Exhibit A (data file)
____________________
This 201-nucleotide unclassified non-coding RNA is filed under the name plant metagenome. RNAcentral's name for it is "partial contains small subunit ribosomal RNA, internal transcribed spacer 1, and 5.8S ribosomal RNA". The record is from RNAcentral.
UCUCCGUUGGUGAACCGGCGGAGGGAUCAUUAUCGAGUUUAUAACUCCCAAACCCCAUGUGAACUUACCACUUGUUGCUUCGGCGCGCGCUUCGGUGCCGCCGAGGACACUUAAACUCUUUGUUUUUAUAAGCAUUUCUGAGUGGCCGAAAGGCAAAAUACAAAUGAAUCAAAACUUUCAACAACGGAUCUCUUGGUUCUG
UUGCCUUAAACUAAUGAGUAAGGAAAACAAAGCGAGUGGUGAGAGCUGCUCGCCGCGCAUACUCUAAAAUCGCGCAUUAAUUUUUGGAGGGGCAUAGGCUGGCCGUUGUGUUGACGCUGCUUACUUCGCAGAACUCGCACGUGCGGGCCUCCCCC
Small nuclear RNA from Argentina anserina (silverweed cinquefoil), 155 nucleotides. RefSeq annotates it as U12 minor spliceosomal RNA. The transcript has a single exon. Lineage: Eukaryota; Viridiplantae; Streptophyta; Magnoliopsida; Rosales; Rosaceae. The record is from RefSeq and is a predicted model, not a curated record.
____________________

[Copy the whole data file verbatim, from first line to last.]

This 201-nucleotide unclassified non-coding RNA is filed under the name plant metagenome. RNAcentral's name for it is "partial contains small subunit ribosomal RNA, internal transcribed spacer 1, and 5.8S ribosomal RNA". The record is from RNAcentral.
UCUCCGUUGGUGAACCGGCGGAGGGAUCAUUAUCGAGUUUAUAACUCCCAAACCCCAUGUGAACUUACCACUUGUUGCUUCGGCGCGCGCUUCGGUGCCGCCGAGGACACUUAAACUCUUUGUUUUUAUAAGCAUUUCUGAGUGGCCGAAAGGCAAAAUACAAAUGAAUCAAAACUUUCAACAACGGAUCUCUUGGUUCUG
UUGCCUUAAACUAAUGAGUAAGGAAAACAAAGCGAGUGGUGAGAGCUGCUCGCCGCGCAUACUCUAAAAUCGCGCAUUAAUUUUUGGAGGGGCAUAGGCUGGCCGUUGUGUUGACGCUGCUUACUUCGCAGAACUCGCACGUGCGGGCCUCCCCC
Small nuclear RNA from Argentina anserina (silverweed cinquefoil), 155 nucleotides. RefSeq annotates it as U12 minor spliceosomal RNA. The transcript has a single exon. Lineage: Eukaryota; Viridiplantae; Streptophyta; Magnoliopsida; Rosales; Rosaceae. The record is from RefSeq and is a predicted model, not a curated record.